Story posted May 07, 2009
Times of economic crisis are always followed by a reconsideration and reinforcement of values, of digging deep and prioritizing. The process is familiar to various sectors of the economy, institutions around the country, and our government. But what of the Bowdoin magazine? In 1938, the magazine was known as the Bowdoin Alumnus, and on Mar. 10 of that year a committee was formed to give a report on the publication to the Alumni Council. In it, the committee addressed important matters relating to the publication — most importantly, they restated the values and goals of the publication and the community it aims to address as follows:
"We believe that:
1. [The Bowdoin Alumnus] should aim to foster a continued and undying interest in the college as an educational institution — in its welfare and its progress — on the part of each and every one of its alumni.
2. It should aim to promote a deep interest on the part of the college — its faculty, governing boards and students — in the alumni body. It should keep the college acquainted with its alumni, and informed as to what they are doing.
3. It should be a medium for the dissemination of news and information about the college and its activities to the alumni who are scattered all over the world, many of whom have no opportunity (nor perhaps even an inclination) to get back, except at infrequent intervals.
This news and information should be of an intimate and current character rather than general and somewhat sketchy, as it must be in the President’s annual report and in the addresses which he delivers at alumni gatherings which are attended by only a fraction of the total alumni.
4. It should be a medium for the dissemination of news and information about the alumni themselves — their noteworthy accomplishments, and their less noteworthy as well. This news and information may be a combination of current incidental happenings and more seriously written articles. But all of definite interest to the readers of it.
5. It should carry enough material about the students and their undergraduate life and activities to give a proper feel of the living college. This should, however, be the minor part of the editorial content of the Alumnus. It is primarily an alumni publication, edited by and for the alumni, and should be kept such.
If any alumnus is especially interested in the week to week activities of the students in residence at the college, it would be better for him [sic] to subscribe to the undergraduate publication, the Orient.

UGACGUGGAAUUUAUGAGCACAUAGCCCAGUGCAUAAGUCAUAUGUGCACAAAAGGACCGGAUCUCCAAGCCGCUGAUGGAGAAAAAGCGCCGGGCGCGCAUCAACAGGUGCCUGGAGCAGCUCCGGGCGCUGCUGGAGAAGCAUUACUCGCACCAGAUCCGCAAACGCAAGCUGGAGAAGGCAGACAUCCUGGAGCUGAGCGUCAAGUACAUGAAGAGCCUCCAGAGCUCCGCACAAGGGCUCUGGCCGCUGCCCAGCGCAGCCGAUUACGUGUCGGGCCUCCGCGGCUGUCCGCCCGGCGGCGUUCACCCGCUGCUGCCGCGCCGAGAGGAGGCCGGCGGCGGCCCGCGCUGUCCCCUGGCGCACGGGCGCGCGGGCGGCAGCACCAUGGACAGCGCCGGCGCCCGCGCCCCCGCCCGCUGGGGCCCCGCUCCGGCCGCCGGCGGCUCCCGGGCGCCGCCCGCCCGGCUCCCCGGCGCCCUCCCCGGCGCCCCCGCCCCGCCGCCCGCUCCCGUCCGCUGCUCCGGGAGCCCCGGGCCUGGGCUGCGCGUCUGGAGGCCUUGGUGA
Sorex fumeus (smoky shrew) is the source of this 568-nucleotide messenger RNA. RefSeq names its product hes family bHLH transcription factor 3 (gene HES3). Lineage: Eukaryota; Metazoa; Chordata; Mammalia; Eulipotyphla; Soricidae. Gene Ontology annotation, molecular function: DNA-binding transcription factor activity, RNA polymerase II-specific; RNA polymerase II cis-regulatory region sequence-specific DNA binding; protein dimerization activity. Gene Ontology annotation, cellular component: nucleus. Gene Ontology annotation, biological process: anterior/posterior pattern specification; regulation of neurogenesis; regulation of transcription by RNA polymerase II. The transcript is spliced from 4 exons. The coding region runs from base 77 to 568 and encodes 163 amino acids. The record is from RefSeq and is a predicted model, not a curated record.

6. It should be well edited and well balanced in its editorial content, not too heavy and not too light in its treatment. Contain enough reading matter of the right sort and balance to make the graduates of the college at a distant point feel that in its reading he [sic] has enjoyed a brief visit to the college, and with his fellow alumni.
7. It should, by its format, its typography and its pictorial treatment be in step with the modern trend of college magazines and current publications. In short, its arrangement should be such as to invite a reading, and be easily read."
Then, as I’m sure is also the case today, the magazine ran in the red (the inked amount printed in the report is actually, charmingly, red), but we were without the aid of a Twitter feed or other cost-free ways to help in achieving the above goals. What comes through most clearly is that it should be a place for alumni to become more involved — that the alumni themselves should be able to have some stake in the magazine issued in their name. As the Bowdoin alumni magazine transfers its content to an online format we think is, in its typography and pictorial treatment, "in line with the modern trend of college magazines and current publications," we hope that even our farthest-flung alumni (with perhaps no inclination to get back anytime soon) can be more involved, and that the closest alumni can engage more fully in feeling that they have "enjoyed a brief visit to the college."